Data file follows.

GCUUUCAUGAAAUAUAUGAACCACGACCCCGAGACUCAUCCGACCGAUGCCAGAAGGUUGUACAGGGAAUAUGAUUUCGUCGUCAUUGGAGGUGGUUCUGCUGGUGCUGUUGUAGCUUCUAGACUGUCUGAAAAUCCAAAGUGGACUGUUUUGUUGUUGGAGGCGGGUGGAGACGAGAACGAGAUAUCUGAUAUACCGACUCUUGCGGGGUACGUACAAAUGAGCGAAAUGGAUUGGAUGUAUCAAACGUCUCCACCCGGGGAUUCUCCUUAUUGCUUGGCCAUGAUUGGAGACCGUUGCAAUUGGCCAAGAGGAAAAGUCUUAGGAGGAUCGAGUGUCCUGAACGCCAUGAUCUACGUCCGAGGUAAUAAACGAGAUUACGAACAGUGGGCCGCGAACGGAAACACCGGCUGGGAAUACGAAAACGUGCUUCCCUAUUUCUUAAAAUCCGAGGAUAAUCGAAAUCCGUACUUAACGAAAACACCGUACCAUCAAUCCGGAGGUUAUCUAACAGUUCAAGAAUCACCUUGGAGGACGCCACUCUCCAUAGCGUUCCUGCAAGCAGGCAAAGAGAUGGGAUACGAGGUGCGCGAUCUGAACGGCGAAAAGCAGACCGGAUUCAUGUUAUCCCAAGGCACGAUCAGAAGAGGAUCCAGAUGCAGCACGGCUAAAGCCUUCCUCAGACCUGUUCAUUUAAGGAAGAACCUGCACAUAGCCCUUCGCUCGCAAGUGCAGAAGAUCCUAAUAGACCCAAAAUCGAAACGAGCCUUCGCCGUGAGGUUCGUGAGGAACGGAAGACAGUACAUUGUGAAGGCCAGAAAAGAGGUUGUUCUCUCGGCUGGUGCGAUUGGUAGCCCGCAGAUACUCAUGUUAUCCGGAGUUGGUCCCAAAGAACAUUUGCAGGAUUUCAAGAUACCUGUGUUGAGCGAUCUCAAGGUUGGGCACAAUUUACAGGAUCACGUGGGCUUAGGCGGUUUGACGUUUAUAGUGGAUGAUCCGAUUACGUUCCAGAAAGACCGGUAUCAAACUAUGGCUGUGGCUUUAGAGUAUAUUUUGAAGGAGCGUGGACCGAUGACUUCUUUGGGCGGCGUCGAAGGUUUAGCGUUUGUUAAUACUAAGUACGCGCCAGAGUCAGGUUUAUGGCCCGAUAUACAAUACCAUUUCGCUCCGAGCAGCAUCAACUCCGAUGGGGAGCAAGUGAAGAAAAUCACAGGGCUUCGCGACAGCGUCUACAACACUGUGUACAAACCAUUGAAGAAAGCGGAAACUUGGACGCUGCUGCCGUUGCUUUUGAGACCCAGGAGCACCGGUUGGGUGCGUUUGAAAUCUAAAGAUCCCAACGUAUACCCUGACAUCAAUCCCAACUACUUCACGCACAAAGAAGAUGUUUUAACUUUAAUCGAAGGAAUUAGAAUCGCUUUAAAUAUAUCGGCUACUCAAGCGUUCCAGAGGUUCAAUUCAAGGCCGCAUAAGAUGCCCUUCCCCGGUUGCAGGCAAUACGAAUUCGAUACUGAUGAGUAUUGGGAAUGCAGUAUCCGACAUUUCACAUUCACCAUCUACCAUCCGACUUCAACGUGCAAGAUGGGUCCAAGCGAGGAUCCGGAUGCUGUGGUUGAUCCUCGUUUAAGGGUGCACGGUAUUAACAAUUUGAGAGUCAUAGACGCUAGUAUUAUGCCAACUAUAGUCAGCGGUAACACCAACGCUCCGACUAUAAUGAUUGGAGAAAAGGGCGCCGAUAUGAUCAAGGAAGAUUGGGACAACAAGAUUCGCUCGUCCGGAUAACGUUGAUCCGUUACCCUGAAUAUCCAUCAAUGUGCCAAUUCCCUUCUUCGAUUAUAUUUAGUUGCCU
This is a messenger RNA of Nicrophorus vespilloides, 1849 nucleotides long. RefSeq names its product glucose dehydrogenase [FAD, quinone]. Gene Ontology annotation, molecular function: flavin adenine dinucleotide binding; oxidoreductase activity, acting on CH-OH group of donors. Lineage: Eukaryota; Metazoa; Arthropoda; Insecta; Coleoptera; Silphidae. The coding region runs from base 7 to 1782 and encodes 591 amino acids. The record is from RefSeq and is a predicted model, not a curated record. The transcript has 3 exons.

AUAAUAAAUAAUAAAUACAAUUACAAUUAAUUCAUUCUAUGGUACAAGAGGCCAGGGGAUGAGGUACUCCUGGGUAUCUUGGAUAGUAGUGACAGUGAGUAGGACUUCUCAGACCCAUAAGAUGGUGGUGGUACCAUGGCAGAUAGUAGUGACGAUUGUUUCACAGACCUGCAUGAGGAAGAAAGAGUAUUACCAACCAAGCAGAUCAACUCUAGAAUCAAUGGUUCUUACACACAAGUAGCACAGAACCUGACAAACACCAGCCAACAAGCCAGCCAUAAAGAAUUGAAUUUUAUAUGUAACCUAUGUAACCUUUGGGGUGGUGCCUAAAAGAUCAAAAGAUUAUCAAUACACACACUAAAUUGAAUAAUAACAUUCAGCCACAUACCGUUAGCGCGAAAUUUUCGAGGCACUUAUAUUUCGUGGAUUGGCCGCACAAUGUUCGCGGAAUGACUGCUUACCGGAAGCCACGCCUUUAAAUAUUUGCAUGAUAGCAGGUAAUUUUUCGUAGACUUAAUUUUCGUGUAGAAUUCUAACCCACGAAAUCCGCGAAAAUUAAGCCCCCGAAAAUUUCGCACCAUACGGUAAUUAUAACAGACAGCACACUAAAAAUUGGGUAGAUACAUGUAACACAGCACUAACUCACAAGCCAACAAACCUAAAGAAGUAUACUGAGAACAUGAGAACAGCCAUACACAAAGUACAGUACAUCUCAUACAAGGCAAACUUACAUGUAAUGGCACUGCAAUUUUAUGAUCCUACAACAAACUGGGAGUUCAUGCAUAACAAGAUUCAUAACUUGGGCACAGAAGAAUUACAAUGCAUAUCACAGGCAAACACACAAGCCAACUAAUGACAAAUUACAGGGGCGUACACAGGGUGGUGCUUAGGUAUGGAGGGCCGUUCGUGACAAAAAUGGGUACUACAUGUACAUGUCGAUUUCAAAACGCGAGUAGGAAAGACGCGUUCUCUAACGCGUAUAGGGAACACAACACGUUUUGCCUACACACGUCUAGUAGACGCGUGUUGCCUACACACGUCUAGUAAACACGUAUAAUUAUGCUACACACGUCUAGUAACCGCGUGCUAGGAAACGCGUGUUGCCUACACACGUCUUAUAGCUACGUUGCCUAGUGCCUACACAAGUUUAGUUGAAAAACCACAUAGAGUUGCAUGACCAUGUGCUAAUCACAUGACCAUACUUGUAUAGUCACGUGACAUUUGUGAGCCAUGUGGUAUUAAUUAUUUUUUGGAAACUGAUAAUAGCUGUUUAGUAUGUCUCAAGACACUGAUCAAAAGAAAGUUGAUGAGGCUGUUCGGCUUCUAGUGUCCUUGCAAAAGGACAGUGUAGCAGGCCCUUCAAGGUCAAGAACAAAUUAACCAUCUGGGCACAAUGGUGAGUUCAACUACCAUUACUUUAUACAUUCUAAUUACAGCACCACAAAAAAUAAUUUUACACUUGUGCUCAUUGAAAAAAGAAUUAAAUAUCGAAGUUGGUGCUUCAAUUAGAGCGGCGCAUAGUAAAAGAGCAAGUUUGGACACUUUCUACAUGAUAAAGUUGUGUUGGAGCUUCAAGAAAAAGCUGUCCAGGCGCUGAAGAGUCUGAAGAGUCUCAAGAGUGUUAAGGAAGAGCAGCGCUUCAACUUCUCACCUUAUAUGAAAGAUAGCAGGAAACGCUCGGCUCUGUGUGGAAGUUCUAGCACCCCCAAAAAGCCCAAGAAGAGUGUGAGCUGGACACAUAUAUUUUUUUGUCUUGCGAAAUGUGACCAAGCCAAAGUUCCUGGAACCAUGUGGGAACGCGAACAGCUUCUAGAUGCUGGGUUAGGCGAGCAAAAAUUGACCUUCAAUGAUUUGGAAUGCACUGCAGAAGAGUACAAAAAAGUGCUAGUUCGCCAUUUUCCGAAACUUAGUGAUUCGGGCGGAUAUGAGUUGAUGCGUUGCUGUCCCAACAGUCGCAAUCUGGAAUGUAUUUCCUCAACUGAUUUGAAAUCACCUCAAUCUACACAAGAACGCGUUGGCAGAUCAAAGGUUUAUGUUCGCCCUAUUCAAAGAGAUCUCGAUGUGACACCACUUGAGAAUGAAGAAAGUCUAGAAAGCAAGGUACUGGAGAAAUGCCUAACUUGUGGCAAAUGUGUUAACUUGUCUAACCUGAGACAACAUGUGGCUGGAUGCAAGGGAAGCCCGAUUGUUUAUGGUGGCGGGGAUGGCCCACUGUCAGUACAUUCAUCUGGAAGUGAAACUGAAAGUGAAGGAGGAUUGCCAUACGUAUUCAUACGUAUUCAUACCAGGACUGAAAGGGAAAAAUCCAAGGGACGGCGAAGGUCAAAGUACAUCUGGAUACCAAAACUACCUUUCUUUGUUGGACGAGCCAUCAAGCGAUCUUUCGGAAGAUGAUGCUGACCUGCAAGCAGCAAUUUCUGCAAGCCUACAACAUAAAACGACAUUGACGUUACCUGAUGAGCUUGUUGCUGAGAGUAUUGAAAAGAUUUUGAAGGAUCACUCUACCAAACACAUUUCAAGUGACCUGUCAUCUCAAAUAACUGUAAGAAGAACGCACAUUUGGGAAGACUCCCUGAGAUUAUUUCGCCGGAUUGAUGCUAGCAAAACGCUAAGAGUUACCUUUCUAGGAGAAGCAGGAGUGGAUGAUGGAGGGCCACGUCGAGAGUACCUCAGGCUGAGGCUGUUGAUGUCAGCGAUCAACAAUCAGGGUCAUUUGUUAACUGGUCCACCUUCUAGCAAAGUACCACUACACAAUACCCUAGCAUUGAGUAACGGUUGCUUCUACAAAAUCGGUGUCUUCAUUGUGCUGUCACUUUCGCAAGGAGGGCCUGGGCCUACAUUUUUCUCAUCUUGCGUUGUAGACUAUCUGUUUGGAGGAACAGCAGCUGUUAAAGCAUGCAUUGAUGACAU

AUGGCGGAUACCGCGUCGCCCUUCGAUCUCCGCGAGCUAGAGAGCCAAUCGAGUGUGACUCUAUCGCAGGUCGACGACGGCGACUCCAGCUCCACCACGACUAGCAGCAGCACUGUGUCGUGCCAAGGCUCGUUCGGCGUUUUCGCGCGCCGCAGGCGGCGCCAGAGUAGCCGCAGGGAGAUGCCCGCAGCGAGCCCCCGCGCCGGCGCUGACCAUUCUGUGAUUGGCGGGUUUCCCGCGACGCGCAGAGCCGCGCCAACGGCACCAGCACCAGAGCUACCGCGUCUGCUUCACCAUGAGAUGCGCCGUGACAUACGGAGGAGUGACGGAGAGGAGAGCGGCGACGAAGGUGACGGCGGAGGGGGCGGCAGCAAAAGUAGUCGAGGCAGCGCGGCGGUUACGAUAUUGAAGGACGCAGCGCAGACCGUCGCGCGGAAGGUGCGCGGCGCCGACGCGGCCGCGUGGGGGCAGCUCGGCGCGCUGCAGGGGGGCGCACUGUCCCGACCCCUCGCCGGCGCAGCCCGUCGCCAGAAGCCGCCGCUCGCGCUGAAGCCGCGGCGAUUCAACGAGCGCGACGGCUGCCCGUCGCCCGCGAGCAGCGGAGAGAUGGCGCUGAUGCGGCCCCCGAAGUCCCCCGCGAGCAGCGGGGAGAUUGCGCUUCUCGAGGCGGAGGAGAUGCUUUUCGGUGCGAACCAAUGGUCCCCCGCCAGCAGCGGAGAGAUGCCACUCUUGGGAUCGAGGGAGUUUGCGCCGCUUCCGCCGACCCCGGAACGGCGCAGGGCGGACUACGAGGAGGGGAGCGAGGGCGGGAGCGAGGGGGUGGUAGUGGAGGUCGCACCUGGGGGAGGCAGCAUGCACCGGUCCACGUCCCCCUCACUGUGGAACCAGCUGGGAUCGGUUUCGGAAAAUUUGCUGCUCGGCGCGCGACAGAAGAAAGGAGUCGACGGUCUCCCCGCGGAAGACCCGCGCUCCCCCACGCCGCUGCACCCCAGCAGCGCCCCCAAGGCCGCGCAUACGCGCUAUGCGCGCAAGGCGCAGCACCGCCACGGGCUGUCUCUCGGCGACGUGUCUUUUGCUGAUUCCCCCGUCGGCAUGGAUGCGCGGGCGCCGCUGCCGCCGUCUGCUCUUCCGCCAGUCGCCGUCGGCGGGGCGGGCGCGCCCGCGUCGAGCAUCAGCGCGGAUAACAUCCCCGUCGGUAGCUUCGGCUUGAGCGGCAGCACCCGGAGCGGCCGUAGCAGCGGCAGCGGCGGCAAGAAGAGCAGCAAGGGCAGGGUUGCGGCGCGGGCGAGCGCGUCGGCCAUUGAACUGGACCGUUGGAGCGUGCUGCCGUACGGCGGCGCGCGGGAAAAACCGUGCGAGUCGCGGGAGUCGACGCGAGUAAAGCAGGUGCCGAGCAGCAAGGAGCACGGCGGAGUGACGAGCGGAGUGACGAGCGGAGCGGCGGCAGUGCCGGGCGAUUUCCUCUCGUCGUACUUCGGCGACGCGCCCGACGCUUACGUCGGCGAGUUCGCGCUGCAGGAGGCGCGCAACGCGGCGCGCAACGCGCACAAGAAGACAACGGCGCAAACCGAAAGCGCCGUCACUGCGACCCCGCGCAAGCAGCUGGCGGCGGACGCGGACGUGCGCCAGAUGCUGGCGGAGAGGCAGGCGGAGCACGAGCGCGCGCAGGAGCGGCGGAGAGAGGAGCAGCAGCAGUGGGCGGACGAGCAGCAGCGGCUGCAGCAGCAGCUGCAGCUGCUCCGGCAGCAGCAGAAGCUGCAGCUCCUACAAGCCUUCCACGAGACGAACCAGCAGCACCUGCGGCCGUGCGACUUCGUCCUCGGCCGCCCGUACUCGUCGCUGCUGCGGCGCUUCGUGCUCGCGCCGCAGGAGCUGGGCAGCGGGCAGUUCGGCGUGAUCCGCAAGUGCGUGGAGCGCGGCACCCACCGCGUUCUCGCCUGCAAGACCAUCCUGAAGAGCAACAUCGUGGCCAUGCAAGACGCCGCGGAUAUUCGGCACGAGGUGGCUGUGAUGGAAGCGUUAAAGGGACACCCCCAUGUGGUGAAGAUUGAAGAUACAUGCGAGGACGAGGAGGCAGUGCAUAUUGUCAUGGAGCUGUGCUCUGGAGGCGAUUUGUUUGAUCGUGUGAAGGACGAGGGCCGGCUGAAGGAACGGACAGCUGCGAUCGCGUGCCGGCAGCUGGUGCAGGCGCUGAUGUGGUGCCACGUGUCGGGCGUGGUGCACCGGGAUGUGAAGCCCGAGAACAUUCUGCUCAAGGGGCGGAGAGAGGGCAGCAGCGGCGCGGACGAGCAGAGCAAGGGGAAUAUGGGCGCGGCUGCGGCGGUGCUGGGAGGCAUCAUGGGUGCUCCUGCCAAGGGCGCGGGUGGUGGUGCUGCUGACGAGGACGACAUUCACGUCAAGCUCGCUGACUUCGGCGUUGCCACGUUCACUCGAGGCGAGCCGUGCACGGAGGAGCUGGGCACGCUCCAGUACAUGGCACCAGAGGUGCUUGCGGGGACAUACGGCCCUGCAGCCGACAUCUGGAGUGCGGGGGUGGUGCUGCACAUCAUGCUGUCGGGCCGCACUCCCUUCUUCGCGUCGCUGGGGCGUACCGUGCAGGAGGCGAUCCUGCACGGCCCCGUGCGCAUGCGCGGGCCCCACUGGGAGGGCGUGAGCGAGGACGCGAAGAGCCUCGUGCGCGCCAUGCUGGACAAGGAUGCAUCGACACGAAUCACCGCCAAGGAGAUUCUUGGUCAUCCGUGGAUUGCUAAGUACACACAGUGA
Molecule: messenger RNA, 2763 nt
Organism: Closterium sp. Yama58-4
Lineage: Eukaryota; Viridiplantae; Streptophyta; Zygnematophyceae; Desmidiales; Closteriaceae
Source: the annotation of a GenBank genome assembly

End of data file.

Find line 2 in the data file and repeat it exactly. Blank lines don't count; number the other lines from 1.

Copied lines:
This is a messenger RNA of Nicrophorus vespilloides, 1849 nucleotides long. RefSeq names its product glucose dehydrogenase [FAD, quinone]. Gene Ontology annotation, molecular function: flavin adenine dinucleotide binding; oxidoreductase activity, acting on CH-OH group of donors. Lineage: Eukaryota; Metazoa; Arthropoda; Insecta; Coleoptera; Silphidae. The coding region runs from base 7 to 1782 and encodes 591 amino acids. The record is from RefSeq and is a predicted model, not a curated record. The transcript has 3 exons.